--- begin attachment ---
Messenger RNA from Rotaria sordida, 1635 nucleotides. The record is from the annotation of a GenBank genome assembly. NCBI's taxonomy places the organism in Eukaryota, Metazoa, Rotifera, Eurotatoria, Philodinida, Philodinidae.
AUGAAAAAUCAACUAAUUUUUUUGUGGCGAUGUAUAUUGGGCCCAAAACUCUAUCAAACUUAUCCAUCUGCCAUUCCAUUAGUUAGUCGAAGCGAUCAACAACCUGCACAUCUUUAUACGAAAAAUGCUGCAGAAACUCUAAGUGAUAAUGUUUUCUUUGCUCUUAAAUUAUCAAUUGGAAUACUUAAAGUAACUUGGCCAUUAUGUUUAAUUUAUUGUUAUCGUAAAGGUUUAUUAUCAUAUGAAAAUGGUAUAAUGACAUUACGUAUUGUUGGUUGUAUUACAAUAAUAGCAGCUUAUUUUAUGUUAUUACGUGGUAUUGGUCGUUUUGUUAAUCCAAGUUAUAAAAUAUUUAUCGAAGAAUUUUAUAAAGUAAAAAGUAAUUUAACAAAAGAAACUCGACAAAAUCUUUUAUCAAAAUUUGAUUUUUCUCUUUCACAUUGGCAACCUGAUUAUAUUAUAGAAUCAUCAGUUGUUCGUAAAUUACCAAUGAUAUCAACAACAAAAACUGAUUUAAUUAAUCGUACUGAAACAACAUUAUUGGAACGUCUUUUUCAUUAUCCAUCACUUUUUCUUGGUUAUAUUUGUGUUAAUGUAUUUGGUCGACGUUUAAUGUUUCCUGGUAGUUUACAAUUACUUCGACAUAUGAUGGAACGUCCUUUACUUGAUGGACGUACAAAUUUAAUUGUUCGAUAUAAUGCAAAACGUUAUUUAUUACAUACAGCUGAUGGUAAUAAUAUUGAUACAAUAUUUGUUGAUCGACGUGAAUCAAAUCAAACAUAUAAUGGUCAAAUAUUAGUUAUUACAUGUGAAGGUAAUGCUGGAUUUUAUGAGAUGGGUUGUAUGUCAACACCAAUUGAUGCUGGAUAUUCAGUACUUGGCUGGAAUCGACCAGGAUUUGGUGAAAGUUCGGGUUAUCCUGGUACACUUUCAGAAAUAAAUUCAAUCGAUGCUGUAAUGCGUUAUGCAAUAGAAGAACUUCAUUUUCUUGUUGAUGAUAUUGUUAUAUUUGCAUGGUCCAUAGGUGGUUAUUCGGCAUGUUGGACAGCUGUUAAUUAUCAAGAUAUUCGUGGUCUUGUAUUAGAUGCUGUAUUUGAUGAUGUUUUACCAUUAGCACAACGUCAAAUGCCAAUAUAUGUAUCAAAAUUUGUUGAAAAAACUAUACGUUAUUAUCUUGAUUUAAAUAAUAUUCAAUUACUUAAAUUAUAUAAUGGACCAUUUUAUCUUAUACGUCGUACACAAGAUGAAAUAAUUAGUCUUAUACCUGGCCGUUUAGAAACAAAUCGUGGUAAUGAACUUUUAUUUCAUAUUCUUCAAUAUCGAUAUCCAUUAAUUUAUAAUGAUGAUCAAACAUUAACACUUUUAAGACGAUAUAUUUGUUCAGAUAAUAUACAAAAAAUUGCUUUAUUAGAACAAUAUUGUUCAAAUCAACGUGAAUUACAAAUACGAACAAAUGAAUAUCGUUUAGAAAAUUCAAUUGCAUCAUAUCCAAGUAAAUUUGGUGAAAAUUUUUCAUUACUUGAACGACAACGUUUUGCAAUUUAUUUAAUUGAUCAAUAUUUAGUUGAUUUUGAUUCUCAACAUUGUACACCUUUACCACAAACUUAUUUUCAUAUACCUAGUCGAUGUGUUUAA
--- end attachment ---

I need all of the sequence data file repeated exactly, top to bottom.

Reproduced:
Messenger RNA from Rotaria sordida, 1635 nucleotides. The record is from the annotation of a GenBank genome assembly. NCBI's taxonomy places the organism in Eukaryota, Metazoa, Rotifera, Eurotatoria, Philodinida, Philodinidae.
AUGAAAAAUCAACUAAUUUUUUUGUGGCGAUGUAUAUUGGGCCCAAAACUCUAUCAAACUUAUCCAUCUGCCAUUCCAUUAGUUAGUCGAAGCGAUCAACAACCUGCACAUCUUUAUACGAAAAAUGCUGCAGAAACUCUAAGUGAUAAUGUUUUCUUUGCUCUUAAAUUAUCAAUUGGAAUACUUAAAGUAACUUGGCCAUUAUGUUUAAUUUAUUGUUAUCGUAAAGGUUUAUUAUCAUAUGAAAAUGGUAUAAUGACAUUACGUAUUGUUGGUUGUAUUACAAUAAUAGCAGCUUAUUUUAUGUUAUUACGUGGUAUUGGUCGUUUUGUUAAUCCAAGUUAUAAAAUAUUUAUCGAAGAAUUUUAUAAAGUAAAAAGUAAUUUAACAAAAGAAACUCGACAAAAUCUUUUAUCAAAAUUUGAUUUUUCUCUUUCACAUUGGCAACCUGAUUAUAUUAUAGAAUCAUCAGUUGUUCGUAAAUUACCAAUGAUAUCAACAACAAAAACUGAUUUAAUUAAUCGUACUGAAACAACAUUAUUGGAACGUCUUUUUCAUUAUCCAUCACUUUUUCUUGGUUAUAUUUGUGUUAAUGUAUUUGGUCGACGUUUAAUGUUUCCUGGUAGUUUACAAUUACUUCGACAUAUGAUGGAACGUCCUUUACUUGAUGGACGUACAAAUUUAAUUGUUCGAUAUAAUGCAAAACGUUAUUUAUUACAUACAGCUGAUGGUAAUAAUAUUGAUACAAUAUUUGUUGAUCGACGUGAAUCAAAUCAAACAUAUAAUGGUCAAAUAUUAGUUAUUACAUGUGAAGGUAAUGCUGGAUUUUAUGAGAUGGGUUGUAUGUCAACACCAAUUGAUGCUGGAUAUUCAGUACUUGGCUGGAAUCGACCAGGAUUUGGUGAAAGUUCGGGUUAUCCUGGUACACUUUCAGAAAUAAAUUCAAUCGAUGCUGUAAUGCGUUAUGCAAUAGAAGAACUUCAUUUUCUUGUUGAUGAUAUUGUUAUAUUUGCAUGGUCCAUAGGUGGUUAUUCGGCAUGUUGGACAGCUGUUAAUUAUCAAGAUAUUCGUGGUCUUGUAUUAGAUGCUGUAUUUGAUGAUGUUUUACCAUUAGCACAACGUCAAAUGCCAAUAUAUGUAUCAAAAUUUGUUGAAAAAACUAUACGUUAUUAUCUUGAUUUAAAUAAUAUUCAAUUACUUAAAUUAUAUAAUGGACCAUUUUAUCUUAUACGUCGUACACAAGAUGAAAUAAUUAGUCUUAUACCUGGCCGUUUAGAAACAAAUCGUGGUAAUGAACUUUUAUUUCAUAUUCUUCAAUAUCGAUAUCCAUUAAUUUAUAAUGAUGAUCAAACAUUAACACUUUUAAGACGAUAUAUUUGUUCAGAUAAUAUACAAAAAAUUGCUUUAUUAGAACAAUAUUGUUCAAAUCAACGUGAAUUACAAAUACGAACAAAUGAAUAUCGUUUAGAAAAUUCAAUUGCAUCAUAUCCAAGUAAAUUUGGUGAAAAUUUUUCAUUACUUGAACGACAACGUUUUGCAAUUUAUUUAAUUGAUCAAUAUUUAGUUGAUUUUGAUUCUCAACAUUGUACACCUUUACCACAAACUUAUUUUCAUAUACCUAGUCGAUGUGUUUAA